In a first for the commercial aviation industry, Seattle-based Alaska Airlines has completely removed all plastic from inflight water services, effective immediately.
The airline’s so-called “Green Team Employee Business Resource Group” helped make the decision, which comes at a time when the world’s attention is more focused on the environment than ever before.
War on Waste
The reduction of inflight waste plays a central role in Alaska Airlines’ goal to reach net-zero carbon emissions by 2040.
Removing onboard plastic in this way is estimated to remove around 1.8 million pounds of plastic waste from flights over the course of a year. That’s the equivalent of the weight of 18 Boeing 737 jets!
Following the airline’s move to remove plastic straws and stirrers in 2018, this latest plastic cull includes both single-use plastic bottles and plastic cups.
Replacing the plastic bottles is Boxed Water’s 92% plant-based, fully recyclable cartons. Passengers will also be given recyclable paper cups rather than plastic ones.
“We’re proud to partner with Boxed Water on our most impactful plastic-reduction initiative yet, on a continued journey to minimize inflight waste,” said Diana Birkett Rakow, Vice President of Public Affairs and Sustainability for Alaska Airlines.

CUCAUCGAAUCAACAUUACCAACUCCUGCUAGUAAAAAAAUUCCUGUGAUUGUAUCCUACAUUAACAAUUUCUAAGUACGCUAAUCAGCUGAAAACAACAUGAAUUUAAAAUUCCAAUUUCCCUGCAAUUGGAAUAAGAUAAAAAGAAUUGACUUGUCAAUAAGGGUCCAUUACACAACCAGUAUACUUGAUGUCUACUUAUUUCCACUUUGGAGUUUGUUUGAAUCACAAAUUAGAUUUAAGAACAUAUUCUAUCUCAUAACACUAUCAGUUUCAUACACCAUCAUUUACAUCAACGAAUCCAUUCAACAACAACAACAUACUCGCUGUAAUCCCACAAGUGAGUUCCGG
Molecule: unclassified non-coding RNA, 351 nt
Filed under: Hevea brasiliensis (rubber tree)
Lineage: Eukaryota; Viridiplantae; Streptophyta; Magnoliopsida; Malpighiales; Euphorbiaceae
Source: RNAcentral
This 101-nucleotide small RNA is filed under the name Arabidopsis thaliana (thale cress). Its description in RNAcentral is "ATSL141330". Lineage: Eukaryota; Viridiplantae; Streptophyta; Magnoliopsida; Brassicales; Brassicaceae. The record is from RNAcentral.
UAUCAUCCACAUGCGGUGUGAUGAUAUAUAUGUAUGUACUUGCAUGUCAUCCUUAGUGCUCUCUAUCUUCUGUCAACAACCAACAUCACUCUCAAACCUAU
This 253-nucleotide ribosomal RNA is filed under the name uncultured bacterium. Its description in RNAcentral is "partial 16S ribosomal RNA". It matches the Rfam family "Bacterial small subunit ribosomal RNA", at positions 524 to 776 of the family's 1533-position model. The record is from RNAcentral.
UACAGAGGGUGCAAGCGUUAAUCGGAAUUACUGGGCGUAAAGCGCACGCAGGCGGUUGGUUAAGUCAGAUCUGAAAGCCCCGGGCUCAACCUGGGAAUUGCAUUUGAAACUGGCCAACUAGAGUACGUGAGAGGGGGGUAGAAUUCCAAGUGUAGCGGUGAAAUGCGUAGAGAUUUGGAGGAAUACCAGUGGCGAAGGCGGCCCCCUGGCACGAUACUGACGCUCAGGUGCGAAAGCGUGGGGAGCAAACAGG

Before implementing the change permanently, Alaska trialed the Boxed Water by rolling it out in first class and Horizon Air-operated flights back at the start of 2021.
The carrier issued a passenger survey regarding the removal of plastic in this way and found that around 66% of those who took part were in favor of implementing the change permanently.
“Our ability to scale with Alaska from first class to main cabin in just 6 months demonstrates both operational feasibility and the interest travelers have in more renewable inflight offerings,” said Daryn Kuipers, CEO of Boxed Water.
Alaska’s war on waste doesn’t stop at plastic. Passengers now have the option of preordering inflight meals, preventing aircraft from being loaded with surplus meals which would then be unnecessarily wasted.
It’s great to see a major U.S. airline like Alaska taking steps that will help save our planet’s environment.
Let’s hope Alaska’s move to remove inflight plastic in this manner influences other airlines around the country — and the world — to get on board with the war on plastic.
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